- Foster Care , Foster Parent Education
- November 17, 2022
In honor of National Adoption Month, Let It Be Us’ Deputy Director Alex Montgomery explores the importance of the biological family.
“The question to ask is not ‘Who does this child belong to?’ but ’Who belongs to this child?’” Sharon Roszia, The Open Adoption Experience
At Let It Be Us, we talk a lot about permanency. Permanency is a child welfare term that refers to a bunch of things related to the stability of a child’s life. Adoption is a form of permanency, but so is the keeping of relationships with friends, teachers, community, and yes, biological family. Consistent, stable relationships of all sorts help children thrive, and that’s what we want for all the children in Illinois’ foster care system.
My daughter came to me through private adoption, meaning her birth mother chose me and voluntarily placed her child with me. These circumstances make our family dynamics different than those involved with the foster care system. Of course health and safety come first, but recognizing and honoring the importance of biological connections is an important step in the road to self acceptance for children who are raised outside of their biological families.
Children who live, for any significant part of their childhoods, outside of their biological families have a trickier road to developing their identities than most children who don’t. While children are young, they don’t seem to be considering who they are, why they look the way they do or why they like the things they like. But as they grow, especially during adolescence, all of these things become increasingly important. They are making decisions about who they want to be and looking around for role models (or the reverse – people they don’t want to be like).
But, you might ask, how do you create space for a relationship with the biological family – a family you may not know at all? We’ve got some ideas.
Here is a list of 5 ways you can open the door to the biological family, whether a child ends up being adopted into your family or is temporarily placed with you.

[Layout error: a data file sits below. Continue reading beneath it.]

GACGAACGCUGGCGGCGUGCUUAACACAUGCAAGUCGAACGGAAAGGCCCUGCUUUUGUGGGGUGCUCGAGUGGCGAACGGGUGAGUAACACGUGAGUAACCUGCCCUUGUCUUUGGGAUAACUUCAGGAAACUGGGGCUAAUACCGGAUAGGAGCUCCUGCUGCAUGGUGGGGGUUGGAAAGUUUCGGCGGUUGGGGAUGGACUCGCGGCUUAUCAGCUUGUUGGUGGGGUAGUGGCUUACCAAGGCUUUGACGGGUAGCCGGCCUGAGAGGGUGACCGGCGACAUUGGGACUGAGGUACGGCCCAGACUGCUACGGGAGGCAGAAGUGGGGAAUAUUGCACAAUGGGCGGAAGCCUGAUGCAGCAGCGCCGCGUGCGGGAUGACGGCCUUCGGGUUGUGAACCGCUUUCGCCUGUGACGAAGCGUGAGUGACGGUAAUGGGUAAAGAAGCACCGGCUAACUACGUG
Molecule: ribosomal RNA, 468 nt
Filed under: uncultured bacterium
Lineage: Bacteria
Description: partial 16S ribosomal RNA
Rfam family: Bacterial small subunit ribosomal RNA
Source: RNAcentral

- Make sure you have a photo of the biological parents, ideally with the child (or children). You can ask the caseworker for a photo – or in my case, I was able to take a photo of my daughter’s birth mom holding her just after her birth.
- Send a journal with a letter to biological parents at the child’s first visit. This letter is an open door to communication, you can include information about the child’s schedule (like when does the child have naptime?) and maybe throw in a compliment to develop trust with the biological parent (like the child was dancing, she must have gotten her moves from you!”) The journal gives the parent the opportunity to write back and allows the parent to feel involved in the child’s life.
- If at all possible, be the person to bring the child to and from visits. Making the effort to bring the child to visits, shows the biological parents that you care about their relationship and that you are willing to put in the effort to make it work.
- Ask the biological parents: What does your child call you? Especially with a young child, she may call you Mom or Dad – so understanding the terms the child uses with her biological parents is important not only to distinguish who the child is speaking to, but also to show respect for the role of the biological parents in the child’s life.
- Gifts, gifts, gifts! I don’t mean expensive gifts, but thoughtful gifts. The art that a child makes at school, or a gift featuring a photo of their child. Sentimental items or gifts that connect the biological parents to their child.
Creating a trusting relationship with the biological families of children in care is about truly loving the children in your home. It isn’t easy, but it is worth it.
To hear more about what it’s like to have an open and positive relationship with the biological families of children in foster care and in open private adoptions, check out our podcast and webinars on the topic.
Susan McConnell, DSW(c), MBA is a parent of four free range young adults, three by adoption. She has 30+ years of experience in open adoption. Susan is the founder and executive director of Let It Be Us, a nonprofit and Illinois licensed child welfare agency focusing on foster care and adoption. (www.letitbeus.org) She is the chair of the Illinois Statewide Foster Care Advisory Council’s Permanency Committee and a member of the national organization Voice for Adoption.. Her doctoral work at the University of Southern California’s Suzanne Dvorak Peck’s School of Social Work focuses on adoption and permanency within foster care. She may be reached at firstname.lastname@example.org.
About Let It Be Us
Let It Be Us is a nonprofit organization dedicated to changing the landscape of foster care and adoption in Illinois. Our mission is to inspire foster care and adoption so more children in care grow up in stable, healthy homes. Funds raised will go to programs that build a strong and innovative bridge between our waiting children and foster and adoptive parents. Learn more at letitbeus.org